My inelegant dance moves barely pass muster on a Carnival Cruise dance floor, yet I’m grooving freely among the hip backpackers at a reggae bar on Trawangan island. I assumed a rapid succession of whiskey shots triggered the carefree spirit, but that’s only because I didn’t know the mushrooms I just ate were hallucinogenic. I wouldn’t realize that until several hours later.
Early that morning, I boarded a speedboat in Bali, Indonesia, and crossed the Lombok Strait to the infamous Gili Islands. Meno and Air are the more tranquil spots in the three-island archipelago, while Trawangan is the big brother with the wild party scene and dusty streets free from motorized land vehicles. Upon arrival, I checked into a cabana-style guesthouse with sinks funneling “island water” (in other words, brush your teeth with bottled water). My plans included a day of diving and a day of hiking, but I dedicated my first night to the bars. Walking down the main dirt street, I casually passed locals on bicycles and horse-drawn carriages until I reach a lively bar called Rudy’s. As I later learned, this was a hardcore party spot equally loved and hated by the backpacker blog mob.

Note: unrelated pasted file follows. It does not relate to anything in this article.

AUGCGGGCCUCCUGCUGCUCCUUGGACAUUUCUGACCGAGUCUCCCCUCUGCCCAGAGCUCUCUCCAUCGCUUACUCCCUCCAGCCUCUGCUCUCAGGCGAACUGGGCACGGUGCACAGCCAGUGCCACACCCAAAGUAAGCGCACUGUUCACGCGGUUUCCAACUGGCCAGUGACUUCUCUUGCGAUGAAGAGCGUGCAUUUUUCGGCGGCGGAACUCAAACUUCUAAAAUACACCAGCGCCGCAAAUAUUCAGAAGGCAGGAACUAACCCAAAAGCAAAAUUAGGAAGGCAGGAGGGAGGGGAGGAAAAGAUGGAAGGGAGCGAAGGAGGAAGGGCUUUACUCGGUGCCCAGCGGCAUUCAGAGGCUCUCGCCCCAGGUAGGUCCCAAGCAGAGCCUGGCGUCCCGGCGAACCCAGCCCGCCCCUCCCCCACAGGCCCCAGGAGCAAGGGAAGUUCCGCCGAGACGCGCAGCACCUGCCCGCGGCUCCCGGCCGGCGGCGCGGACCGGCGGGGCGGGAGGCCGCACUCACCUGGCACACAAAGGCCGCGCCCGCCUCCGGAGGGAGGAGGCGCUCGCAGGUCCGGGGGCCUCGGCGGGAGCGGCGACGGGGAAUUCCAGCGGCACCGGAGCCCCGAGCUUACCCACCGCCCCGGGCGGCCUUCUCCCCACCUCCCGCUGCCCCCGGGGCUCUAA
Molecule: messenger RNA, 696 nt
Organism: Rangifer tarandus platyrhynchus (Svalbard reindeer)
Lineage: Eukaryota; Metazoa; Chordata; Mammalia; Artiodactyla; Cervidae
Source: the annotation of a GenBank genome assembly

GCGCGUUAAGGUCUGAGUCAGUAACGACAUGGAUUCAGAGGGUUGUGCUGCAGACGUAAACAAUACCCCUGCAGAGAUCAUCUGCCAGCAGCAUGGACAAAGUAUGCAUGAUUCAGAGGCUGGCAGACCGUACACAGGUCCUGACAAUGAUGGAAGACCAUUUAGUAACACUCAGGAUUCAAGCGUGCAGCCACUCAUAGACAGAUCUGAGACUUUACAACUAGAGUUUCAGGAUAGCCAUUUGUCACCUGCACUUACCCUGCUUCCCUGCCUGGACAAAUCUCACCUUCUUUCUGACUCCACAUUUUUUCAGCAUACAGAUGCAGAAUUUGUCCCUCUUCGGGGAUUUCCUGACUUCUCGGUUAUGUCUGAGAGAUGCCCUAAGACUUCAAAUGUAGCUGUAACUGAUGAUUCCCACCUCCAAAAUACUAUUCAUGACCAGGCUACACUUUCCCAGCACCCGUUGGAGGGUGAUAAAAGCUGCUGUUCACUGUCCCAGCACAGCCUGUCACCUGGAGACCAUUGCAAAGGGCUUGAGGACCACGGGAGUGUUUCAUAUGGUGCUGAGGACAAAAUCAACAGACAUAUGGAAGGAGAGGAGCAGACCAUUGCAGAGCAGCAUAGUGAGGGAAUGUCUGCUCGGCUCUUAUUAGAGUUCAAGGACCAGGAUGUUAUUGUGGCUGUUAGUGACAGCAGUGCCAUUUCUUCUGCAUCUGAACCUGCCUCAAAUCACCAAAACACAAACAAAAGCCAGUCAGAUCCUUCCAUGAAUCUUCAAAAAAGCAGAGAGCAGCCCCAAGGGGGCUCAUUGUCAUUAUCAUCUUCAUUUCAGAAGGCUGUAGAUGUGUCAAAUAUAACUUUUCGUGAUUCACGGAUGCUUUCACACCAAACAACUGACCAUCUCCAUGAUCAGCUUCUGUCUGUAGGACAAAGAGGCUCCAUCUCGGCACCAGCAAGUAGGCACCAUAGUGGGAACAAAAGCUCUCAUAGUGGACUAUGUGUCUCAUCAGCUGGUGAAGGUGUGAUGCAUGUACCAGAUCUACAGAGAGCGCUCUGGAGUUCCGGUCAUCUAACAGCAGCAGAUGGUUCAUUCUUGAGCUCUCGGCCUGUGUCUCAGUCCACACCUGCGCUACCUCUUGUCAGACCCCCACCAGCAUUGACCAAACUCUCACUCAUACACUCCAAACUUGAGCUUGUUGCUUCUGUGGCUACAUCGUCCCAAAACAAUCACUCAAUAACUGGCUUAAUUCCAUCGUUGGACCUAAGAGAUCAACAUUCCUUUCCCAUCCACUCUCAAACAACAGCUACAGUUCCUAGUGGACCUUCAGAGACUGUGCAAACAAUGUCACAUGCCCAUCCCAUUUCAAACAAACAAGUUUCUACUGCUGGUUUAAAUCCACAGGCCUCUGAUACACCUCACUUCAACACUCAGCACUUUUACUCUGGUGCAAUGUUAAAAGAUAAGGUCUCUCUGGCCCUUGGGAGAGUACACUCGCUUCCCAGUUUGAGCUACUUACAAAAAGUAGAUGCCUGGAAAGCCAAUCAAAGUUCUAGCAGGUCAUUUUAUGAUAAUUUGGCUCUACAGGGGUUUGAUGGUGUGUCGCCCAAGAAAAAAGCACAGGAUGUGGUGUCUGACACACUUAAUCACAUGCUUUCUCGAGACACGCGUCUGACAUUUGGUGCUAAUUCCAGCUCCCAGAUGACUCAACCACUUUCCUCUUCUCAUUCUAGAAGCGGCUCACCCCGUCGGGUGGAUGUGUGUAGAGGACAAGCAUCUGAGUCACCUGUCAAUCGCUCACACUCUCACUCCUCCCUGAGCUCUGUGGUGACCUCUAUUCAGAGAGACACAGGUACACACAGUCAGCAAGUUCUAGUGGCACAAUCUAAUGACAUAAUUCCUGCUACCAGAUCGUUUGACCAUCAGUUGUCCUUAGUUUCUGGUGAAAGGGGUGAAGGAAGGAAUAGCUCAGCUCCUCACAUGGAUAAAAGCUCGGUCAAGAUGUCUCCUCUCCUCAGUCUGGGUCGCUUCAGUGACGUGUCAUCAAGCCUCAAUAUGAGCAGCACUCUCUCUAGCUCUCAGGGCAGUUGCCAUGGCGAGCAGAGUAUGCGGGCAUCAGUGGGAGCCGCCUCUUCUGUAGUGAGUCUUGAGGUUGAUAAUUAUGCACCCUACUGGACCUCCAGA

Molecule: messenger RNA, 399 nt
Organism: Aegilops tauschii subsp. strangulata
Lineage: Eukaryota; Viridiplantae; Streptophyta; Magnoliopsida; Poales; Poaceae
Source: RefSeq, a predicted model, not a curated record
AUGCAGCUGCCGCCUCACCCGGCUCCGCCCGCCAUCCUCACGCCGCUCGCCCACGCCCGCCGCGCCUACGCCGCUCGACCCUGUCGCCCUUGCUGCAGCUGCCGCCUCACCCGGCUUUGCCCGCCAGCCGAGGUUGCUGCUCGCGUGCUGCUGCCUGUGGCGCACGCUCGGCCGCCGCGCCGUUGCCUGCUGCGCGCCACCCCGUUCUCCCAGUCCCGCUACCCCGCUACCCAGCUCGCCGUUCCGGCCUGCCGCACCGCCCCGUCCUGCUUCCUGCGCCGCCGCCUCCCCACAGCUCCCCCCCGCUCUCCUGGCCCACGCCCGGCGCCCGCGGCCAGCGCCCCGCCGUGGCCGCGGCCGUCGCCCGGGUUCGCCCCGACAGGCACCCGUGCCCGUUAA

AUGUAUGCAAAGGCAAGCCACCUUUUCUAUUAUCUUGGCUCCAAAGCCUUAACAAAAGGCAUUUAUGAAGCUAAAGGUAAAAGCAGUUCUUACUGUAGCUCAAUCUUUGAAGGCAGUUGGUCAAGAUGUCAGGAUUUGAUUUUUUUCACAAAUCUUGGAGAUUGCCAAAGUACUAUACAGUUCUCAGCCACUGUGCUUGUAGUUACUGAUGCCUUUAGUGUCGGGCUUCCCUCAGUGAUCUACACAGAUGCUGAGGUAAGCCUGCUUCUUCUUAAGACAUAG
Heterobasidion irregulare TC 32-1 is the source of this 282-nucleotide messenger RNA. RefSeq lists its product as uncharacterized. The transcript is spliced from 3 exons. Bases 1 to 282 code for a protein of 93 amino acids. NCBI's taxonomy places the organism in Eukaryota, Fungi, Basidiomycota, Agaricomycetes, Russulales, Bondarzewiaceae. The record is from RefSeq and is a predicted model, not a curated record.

I mounted a wooden stool at the open-air bar next to a twenty-something backpacker named Steve from Alberta, Canada. We chatted while drinking beer and whiskey when I noticed a sign that said magic mushrooms for sale.
“Hey, have you tried the magic mushrooms? Are they any good?” I asked. Steve was wearing an In The Tubing tank top from Vang Vieng, Laos, which meant there was a good chance he knew.
“Sure, I tried them before,” replied Steve, who was enjoying his final night of a weeklong stay. “They are not super strong. I was thinking of getting more. You in?”
“Sure, why not,” I said, thinking that magic mushrooms in Indonesia were anything but psychedelic. I could not have been more wrong.